UTILITIES: A new report, conducted by a respected modeling firm using Duke Energy’s own data, finds ratepayers in the Carolinas could save $10 billion if the utility adopted more solar power, closed coal plants ahead of schedule and abandoned a proposed nuclear plant. (Southeast Energy News)

ALSO: Without debate, a Senate committee unanimously approves two bills sought by Florida Power & Light that effectively overturn recent court rulings. (Miami Herald)

POLITICS: A study by a conservative group has found that North Carolina voters support the growth of renewable energy. (Coastal Review Online)

• A new West Virginia bill, described as “breathtaking in its scope” by one critic, dramatically weakens mining inspections, replacing them with “compliance visits.” (Charleston Gazette-Mail)
• The Kentucky Senate gave final approval on Tuesday to reduce coal mine inspections. (Associated Press)
• Recently released employment data further show the unlikelihood of President Trump fulfilling his promise to revive the coal industry. (Washington Post)

SOLAR: A North Carolina county considers tighter restrictions on solar farms, which are already required to be 1,000 feet from certain structures. (Wilkes Journal-Patriot)

WIND: An advocacy group breaks town the process for tomorrow’s auction of North Carolina offshore wind leases. (Southern Alliance for Clean Energy)

PIPELINES: A pipeline project in Georgia faces more backlash as landowners say Transcontinental Gas Pipe Line Co. has demanded they sell or have their property taken through eminent domain. (WABE)

• Kentucky’s governor says he will not veto a bill that would lift the state’s decades-old ban on nuclear power. (Associated Press)
• A public meeting will discuss the continuing cleanup of a decommissioned nuclear power plant near Fayetteville. (Arkansas Online)

TRANSPORTATION: A FedEx official talks about “practical sustainability” in Tennessee, after the company implemented hybrid-electric vehicles and pushed green legislation for commercial trucking. (Kingston Times-News)

• High-efficiency windows that reflect sunlight are blamed for starting several fires in North Carolina. (WRAL)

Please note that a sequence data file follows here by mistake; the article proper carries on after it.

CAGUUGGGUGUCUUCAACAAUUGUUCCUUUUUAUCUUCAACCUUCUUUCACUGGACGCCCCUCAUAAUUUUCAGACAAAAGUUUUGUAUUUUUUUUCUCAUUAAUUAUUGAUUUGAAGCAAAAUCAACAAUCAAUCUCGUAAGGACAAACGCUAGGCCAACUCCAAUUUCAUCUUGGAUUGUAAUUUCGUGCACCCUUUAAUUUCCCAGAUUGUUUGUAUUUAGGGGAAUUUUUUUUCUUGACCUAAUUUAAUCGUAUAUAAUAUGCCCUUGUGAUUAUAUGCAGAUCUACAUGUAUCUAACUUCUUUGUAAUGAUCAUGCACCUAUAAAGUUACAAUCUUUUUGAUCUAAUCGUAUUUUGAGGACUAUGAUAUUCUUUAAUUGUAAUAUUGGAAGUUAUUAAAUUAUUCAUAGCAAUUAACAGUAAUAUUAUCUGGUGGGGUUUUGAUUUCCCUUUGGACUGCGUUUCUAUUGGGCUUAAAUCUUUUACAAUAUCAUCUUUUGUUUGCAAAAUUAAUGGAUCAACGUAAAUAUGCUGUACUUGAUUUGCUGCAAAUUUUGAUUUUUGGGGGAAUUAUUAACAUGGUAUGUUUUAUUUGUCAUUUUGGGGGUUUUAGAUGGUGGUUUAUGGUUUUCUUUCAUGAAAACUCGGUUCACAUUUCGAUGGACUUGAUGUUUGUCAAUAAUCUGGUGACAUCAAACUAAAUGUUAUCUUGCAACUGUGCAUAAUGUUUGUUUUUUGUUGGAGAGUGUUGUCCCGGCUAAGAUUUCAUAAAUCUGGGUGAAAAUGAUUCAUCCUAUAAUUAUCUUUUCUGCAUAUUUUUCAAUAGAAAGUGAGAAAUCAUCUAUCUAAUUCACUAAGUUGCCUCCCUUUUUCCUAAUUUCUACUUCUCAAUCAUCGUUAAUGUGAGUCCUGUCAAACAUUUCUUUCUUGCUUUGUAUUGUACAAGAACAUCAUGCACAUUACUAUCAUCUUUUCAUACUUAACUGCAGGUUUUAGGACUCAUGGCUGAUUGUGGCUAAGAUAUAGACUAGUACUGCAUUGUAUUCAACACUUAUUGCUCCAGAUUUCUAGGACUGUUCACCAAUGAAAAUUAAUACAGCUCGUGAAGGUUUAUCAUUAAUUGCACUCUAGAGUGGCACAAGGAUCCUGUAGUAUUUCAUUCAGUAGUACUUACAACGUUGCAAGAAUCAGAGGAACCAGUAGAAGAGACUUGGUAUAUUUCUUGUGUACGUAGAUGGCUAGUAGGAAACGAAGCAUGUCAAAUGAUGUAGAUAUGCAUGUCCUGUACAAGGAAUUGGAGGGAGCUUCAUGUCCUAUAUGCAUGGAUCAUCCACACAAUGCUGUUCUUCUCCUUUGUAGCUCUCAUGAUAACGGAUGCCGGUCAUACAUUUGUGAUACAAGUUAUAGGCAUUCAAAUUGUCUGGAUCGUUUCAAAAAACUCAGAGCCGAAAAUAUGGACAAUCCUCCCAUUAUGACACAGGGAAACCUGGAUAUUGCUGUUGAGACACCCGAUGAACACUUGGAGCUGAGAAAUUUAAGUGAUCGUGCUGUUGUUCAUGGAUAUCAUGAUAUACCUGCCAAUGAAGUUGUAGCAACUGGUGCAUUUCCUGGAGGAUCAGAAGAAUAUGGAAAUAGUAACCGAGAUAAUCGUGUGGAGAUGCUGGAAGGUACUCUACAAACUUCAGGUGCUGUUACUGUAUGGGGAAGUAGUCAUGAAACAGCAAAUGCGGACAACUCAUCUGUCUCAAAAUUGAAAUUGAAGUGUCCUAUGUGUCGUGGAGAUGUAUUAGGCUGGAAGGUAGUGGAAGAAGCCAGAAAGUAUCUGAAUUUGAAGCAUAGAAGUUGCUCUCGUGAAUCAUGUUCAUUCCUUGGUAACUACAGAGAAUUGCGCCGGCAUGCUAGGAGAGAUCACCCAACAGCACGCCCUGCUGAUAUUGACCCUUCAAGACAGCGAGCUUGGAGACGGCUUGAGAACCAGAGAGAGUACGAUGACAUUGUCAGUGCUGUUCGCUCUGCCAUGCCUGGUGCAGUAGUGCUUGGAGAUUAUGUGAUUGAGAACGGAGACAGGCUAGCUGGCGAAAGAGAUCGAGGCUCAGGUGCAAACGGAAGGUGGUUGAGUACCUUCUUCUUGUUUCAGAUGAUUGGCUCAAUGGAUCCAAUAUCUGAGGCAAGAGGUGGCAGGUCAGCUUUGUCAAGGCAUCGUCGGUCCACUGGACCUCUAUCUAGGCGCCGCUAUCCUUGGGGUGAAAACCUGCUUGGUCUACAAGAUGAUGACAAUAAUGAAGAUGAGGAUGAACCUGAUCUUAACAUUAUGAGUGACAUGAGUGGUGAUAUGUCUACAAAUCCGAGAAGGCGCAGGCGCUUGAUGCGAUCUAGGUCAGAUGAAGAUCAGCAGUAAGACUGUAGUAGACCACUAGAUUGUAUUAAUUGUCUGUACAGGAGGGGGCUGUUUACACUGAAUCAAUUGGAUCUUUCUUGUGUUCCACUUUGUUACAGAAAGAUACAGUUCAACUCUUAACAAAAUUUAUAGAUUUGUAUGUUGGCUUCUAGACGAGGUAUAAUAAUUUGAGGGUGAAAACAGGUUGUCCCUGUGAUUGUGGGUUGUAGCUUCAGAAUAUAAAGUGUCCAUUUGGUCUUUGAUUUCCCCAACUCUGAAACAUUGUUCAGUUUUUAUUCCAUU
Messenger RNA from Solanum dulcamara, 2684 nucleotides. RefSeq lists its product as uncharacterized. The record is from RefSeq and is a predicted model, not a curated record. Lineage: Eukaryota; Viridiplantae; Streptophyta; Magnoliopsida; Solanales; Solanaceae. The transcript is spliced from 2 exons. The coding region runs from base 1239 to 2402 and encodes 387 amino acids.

• Arkansas lawmakers listen to clean energy groups as the state considers authorizations to fund loans for 100 percent of energy saving programs in commercial buildings or multifamily residential units. (Arkansas Business)

GRID: The PJM Interconnection says a proposed Virginia transmission line is still needed for reliability despite lower power forecasts. (Daily Press)

• “Businesses and homeowners deserve a choice about where their energy comes from” and Alabama’s energy policies should reflect that. (AL.com)
• “In an ideal world, neither bill would have a chance,” as Florida lawmakers consider two bills that address Florida Power & Light’s unfavorable court rulings. (Sun Sentinel)
• Why cuts to the EPA will be harmful for Tennessee. (Knoxville News Sentinel)
• “Gas-guzzlers and other dirty-energy users will soon belong to the past, despite the policies of the current administration.” (Greensboro News & Record)

CORRECTION: An item in yesterday’s digest did not include the party affiliation of three Lieutenant Governor candidates in Virginia who oppose the Atlantic Coast Pipeline. They are all Democrats.

Ken is the director of the Energy News Network at Fresh Energy and is a founding editor of both Midwest Energy News and Southeast Energy News. Prior to joining Fresh Energy, he was the managing editor for online news at Minnesota Public Radio. He started his journalism career in 2002 as a copy editor for the Duluth News Tribune before spending five years at the Spokesman-Review in Spokane, Washington, where he worked as a copy editor, online producer, features editor and night city editor. A Nebraska native, Ken has a bachelor's degree from the University of Nebraska-Lincoln and a master's degree from the University of Oregon. He is a member of the Society of Professional Journalists and Investigative Reporters and Editors.